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Chapter Twelve. Working with Browsers Pa... > Embeddable Objects: A Tale of Hubris...

Embeddable Objects: A Tale of Hubris and Revenge

When the creators of the original Mosaic and Netscape browsers first seized on the brilliant idea of allowing designers to include images in web pages, they “extended” HTML by creating an <img> tag specifically for their browsers. The W3C did not approve. It advised web authors to use the object element instead. But millions of websites later, the <img> tag was still going strong—and support for the W3C's <object> element was nonexistent.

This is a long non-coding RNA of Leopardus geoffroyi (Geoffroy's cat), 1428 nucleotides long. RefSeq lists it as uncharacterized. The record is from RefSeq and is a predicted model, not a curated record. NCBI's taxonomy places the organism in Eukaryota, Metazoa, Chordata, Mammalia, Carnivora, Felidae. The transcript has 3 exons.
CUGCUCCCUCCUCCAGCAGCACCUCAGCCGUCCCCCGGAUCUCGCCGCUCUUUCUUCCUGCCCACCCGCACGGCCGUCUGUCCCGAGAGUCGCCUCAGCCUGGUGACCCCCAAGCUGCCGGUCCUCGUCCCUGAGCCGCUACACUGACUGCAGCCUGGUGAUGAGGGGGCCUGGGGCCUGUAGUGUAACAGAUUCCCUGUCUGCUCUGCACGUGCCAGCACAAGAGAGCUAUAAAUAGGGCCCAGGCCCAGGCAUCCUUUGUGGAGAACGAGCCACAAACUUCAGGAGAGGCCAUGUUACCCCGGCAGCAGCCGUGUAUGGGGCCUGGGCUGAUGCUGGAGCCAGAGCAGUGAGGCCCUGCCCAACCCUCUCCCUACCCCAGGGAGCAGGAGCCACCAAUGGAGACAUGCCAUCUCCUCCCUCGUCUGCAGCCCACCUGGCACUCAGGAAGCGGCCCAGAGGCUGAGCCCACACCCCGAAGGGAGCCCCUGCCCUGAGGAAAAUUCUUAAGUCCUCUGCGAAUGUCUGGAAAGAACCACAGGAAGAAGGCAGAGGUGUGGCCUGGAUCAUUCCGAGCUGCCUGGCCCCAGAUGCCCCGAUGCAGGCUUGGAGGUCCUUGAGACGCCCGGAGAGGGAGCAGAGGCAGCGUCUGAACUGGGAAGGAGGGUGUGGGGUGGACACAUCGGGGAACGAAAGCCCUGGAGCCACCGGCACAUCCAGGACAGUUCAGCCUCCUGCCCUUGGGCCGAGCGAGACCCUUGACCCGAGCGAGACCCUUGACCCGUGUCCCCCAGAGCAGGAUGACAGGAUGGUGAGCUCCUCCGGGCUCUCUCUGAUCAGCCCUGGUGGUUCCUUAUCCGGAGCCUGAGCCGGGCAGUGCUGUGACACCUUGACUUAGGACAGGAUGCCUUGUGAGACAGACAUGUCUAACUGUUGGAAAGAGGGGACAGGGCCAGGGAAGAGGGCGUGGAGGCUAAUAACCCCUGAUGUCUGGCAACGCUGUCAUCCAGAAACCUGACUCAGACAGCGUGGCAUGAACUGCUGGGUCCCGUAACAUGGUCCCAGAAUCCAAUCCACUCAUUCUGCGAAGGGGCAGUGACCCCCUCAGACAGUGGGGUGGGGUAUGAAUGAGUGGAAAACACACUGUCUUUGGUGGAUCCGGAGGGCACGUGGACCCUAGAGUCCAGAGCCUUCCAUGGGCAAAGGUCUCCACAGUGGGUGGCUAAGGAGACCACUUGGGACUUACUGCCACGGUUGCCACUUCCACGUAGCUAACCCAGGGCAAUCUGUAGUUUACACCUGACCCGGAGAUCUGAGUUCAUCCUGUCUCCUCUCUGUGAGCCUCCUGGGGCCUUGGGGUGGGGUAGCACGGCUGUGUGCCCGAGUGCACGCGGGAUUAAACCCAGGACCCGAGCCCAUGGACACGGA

Then came the FutureSplash plug-in (later rechristened Flash) along with other multimedia elements such as Real and QuickTime movies. Again, the W3C suggested that the <object> tag be used to embed such content in web pages. But Netscape invented the <embed> tag instead—and as competitive browsers came onto the scene, they too supported Netscape's <embed> tag.


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